SUVs are built with higher ground clearance for off-road use and thus have a higher center of gravity, therefore increasing the risk of rollover. When an SUV turns, the vehicle's mass resists the turn and carries the weight forward, thus allowing the traction from the tires to create a lateral centripetal force as the vehicle continues through the turn. The conflict between the top weight of the SUV's desire to go straight while the friction of the tires on the road cause the bottom of the vehicle to move away and out from under the vehicle during a turn.
SUVs are more likely to be in rollover accidents than passenger cars. According to a study conducted in the United States, SUVs have twice the fatality rate of cars and have nearly triple the fatality rate in rollover accidents. Of vehicles in the United States, light trucks (including SUVs) represent 36 percent of all registered vehicles. They are involved in about half of the fatal two-vehicle crashes with passenger cars, and 80 percent of these fatalities are to occupants of the passenger cars.
In the United States, the number of ORV users since 1972 has climbed sevenfold—from five million to 36 million in 2000. Government policies that protect wilderness but also allow recreational ORV use have been the subject of some debate within the United States and other countries.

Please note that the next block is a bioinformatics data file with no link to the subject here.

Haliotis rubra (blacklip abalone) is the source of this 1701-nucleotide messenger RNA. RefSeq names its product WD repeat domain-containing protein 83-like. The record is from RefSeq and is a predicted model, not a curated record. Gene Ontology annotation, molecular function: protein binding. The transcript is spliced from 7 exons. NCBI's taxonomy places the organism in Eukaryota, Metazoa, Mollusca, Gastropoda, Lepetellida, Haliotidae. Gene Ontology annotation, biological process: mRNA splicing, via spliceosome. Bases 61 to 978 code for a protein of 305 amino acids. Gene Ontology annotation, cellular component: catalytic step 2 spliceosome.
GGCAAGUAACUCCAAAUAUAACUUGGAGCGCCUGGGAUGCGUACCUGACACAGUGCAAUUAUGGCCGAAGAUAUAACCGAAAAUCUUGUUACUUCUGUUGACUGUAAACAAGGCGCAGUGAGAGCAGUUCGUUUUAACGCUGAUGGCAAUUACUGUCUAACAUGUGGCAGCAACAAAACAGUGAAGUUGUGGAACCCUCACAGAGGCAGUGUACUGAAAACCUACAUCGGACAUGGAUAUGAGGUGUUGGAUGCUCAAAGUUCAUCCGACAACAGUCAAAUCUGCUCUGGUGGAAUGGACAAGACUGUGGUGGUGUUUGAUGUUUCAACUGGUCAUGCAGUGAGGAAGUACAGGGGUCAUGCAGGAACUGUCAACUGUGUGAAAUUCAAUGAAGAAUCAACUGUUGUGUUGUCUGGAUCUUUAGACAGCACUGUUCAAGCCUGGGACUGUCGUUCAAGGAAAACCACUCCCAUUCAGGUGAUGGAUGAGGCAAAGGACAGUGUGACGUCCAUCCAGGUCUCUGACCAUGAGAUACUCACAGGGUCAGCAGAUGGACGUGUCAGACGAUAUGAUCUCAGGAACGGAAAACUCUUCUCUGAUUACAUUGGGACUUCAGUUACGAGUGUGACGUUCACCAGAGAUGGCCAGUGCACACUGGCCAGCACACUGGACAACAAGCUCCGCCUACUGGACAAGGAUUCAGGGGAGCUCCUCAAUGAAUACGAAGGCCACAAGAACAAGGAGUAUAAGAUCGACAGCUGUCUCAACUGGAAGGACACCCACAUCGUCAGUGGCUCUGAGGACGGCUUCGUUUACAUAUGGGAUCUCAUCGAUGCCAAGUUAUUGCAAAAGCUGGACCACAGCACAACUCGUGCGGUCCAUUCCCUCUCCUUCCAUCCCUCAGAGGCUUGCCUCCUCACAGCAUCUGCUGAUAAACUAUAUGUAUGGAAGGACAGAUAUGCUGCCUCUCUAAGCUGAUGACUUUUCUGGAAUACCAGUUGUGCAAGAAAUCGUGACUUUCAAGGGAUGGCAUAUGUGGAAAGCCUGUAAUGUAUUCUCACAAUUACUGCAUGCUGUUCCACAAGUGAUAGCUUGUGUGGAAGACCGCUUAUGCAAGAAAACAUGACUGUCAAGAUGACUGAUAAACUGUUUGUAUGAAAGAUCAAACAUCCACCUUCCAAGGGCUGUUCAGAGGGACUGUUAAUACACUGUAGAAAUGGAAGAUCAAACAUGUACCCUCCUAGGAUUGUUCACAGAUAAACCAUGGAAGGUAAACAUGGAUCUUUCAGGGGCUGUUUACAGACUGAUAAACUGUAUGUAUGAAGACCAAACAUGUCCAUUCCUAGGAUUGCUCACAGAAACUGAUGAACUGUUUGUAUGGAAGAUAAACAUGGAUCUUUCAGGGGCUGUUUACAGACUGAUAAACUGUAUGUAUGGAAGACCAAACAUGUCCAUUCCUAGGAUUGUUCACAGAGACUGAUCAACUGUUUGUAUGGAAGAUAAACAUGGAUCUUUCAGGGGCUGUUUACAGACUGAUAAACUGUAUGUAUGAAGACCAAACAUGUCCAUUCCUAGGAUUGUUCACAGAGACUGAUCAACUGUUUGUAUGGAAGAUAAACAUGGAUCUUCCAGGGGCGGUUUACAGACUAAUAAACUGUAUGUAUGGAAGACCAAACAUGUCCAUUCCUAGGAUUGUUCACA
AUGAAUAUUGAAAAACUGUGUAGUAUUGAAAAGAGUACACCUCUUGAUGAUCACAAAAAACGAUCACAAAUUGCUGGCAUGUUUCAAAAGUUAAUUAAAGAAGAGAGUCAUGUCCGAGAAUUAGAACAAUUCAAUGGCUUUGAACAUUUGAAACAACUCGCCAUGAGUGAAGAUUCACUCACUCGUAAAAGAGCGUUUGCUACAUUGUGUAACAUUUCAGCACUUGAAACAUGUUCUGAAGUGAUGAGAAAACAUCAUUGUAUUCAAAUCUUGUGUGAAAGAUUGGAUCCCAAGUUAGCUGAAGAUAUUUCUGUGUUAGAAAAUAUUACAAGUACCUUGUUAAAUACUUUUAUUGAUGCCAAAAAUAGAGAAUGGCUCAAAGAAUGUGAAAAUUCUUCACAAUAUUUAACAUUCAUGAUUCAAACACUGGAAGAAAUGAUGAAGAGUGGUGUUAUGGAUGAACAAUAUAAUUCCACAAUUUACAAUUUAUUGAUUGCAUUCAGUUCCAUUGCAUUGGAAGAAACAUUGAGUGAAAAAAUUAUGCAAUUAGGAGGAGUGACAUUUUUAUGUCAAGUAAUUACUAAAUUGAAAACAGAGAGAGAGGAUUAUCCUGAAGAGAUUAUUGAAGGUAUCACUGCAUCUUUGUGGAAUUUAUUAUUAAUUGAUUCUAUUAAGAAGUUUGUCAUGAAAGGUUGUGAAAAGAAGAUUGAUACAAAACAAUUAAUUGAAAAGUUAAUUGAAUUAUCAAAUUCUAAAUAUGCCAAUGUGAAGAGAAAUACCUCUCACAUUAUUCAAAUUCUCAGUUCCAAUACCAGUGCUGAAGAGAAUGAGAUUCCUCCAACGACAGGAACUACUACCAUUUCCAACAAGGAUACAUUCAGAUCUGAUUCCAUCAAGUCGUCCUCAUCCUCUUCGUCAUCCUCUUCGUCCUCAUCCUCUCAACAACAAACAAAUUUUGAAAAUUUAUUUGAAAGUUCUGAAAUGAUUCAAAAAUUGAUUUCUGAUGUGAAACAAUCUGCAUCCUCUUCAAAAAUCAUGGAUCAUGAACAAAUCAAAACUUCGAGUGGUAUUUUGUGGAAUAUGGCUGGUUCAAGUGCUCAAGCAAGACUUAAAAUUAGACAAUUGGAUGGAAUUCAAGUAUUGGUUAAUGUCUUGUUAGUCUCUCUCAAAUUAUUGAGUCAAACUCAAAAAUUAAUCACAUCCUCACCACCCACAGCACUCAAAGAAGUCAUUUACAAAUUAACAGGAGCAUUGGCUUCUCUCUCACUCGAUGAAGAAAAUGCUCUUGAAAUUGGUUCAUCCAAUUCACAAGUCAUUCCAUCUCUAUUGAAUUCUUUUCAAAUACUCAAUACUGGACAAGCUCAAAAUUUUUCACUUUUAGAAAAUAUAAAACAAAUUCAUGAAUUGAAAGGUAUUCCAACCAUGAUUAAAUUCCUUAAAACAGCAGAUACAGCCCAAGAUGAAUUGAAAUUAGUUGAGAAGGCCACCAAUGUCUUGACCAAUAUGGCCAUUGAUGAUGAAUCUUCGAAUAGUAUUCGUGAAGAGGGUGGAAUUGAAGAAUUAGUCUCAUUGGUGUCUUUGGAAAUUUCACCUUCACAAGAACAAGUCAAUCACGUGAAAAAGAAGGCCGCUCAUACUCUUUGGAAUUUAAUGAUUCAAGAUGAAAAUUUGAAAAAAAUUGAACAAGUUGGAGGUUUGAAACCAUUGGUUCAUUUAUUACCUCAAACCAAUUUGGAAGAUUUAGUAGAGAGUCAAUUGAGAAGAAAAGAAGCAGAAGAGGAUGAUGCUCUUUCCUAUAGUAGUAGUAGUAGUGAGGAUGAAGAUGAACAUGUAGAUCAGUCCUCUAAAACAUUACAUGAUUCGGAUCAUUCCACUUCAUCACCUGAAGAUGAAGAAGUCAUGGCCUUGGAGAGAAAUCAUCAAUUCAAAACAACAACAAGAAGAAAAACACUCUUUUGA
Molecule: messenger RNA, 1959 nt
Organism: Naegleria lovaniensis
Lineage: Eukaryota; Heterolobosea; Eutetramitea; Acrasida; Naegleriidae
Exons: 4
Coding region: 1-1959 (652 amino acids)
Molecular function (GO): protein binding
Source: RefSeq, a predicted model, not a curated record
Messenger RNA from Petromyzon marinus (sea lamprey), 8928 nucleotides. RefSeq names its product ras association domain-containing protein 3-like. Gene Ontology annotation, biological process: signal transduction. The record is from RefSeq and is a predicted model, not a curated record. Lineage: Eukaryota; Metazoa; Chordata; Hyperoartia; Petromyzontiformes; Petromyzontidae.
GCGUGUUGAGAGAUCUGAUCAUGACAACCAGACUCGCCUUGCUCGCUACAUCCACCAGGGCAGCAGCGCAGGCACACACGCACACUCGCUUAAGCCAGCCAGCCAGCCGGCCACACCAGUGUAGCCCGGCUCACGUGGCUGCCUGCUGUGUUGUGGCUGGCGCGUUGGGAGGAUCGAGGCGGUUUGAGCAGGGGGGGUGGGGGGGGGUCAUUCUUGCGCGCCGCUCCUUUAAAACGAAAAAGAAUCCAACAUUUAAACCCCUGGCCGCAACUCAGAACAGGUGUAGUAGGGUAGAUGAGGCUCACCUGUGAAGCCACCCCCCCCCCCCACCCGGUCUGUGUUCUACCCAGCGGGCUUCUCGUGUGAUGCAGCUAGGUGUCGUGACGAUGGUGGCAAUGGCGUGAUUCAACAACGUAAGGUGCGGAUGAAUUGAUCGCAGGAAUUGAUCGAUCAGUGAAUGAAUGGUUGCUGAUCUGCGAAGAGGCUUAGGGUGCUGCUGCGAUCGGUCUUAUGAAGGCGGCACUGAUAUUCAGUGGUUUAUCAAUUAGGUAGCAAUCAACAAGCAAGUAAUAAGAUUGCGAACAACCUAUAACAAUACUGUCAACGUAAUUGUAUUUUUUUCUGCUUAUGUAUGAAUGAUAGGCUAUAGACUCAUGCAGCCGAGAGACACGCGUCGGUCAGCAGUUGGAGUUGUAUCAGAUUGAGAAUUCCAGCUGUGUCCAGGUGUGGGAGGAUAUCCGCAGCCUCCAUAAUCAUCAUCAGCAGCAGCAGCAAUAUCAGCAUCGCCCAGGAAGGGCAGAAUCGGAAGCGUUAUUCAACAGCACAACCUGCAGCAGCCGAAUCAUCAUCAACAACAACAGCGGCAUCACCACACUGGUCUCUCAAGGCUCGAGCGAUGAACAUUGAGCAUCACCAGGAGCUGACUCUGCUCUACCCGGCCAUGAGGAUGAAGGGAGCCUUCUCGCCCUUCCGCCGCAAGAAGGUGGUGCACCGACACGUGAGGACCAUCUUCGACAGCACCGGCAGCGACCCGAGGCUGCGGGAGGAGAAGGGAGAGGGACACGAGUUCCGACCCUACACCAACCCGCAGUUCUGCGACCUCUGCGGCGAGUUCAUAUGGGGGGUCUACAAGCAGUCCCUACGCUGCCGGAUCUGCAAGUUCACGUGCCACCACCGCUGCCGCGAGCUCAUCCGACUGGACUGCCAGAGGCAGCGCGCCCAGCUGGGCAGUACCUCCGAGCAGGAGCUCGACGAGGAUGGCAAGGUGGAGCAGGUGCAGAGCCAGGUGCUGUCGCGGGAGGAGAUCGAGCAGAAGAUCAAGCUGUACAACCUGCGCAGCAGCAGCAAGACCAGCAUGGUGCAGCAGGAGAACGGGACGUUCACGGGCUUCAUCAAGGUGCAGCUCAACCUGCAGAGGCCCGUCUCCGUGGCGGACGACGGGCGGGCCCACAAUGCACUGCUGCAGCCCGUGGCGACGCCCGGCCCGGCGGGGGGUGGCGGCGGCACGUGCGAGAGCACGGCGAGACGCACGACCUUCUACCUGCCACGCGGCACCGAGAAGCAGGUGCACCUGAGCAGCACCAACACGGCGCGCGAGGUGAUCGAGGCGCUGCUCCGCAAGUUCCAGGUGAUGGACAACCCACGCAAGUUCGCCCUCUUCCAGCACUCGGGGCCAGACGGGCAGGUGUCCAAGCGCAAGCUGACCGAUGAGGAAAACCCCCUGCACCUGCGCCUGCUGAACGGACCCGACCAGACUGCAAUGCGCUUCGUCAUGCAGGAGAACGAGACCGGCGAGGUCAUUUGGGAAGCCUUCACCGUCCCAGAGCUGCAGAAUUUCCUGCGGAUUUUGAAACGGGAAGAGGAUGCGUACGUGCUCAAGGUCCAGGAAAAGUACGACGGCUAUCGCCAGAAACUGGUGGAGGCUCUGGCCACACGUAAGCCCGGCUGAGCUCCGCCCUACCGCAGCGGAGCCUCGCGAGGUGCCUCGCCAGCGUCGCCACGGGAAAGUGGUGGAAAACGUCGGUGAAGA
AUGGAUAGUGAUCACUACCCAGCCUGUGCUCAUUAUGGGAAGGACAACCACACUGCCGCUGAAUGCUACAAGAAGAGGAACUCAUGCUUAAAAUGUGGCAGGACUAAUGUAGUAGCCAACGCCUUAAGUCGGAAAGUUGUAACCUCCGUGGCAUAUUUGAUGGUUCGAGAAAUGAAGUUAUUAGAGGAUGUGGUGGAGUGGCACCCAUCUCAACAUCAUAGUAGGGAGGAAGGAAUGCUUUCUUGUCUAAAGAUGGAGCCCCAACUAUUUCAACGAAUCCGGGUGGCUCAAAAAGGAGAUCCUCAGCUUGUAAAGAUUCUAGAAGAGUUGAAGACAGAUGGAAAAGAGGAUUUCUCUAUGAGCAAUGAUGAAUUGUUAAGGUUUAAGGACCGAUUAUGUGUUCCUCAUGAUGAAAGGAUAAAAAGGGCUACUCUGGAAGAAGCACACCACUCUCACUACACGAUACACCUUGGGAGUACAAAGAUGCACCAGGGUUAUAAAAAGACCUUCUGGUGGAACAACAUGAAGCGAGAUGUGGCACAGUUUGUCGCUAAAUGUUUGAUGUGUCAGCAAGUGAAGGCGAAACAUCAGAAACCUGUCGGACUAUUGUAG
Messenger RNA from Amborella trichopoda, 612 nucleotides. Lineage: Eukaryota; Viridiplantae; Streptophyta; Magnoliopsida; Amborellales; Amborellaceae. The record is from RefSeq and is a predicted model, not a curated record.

All trail and off-trail activities impact natural vegetation and wildlife, which can lead to erosion, invasive species, habitat loss, and ultimately species loss decreasing an ecosystem's ability to maintain homeostasis. ORV's cause greater stress to the environment than foot traffic alone, and ORV operators who attempt to test their vehicles against natural obstacles can do significantly more damage than those who follow legal trails. Illegal use of off-road vehicles has been identified as a serious land management problem ranked with dumping garbage and other forms of vandalism. Many user organizations, such as Tread Lightly! and the Sierra Club, publish and encourage appropriate trail ethics.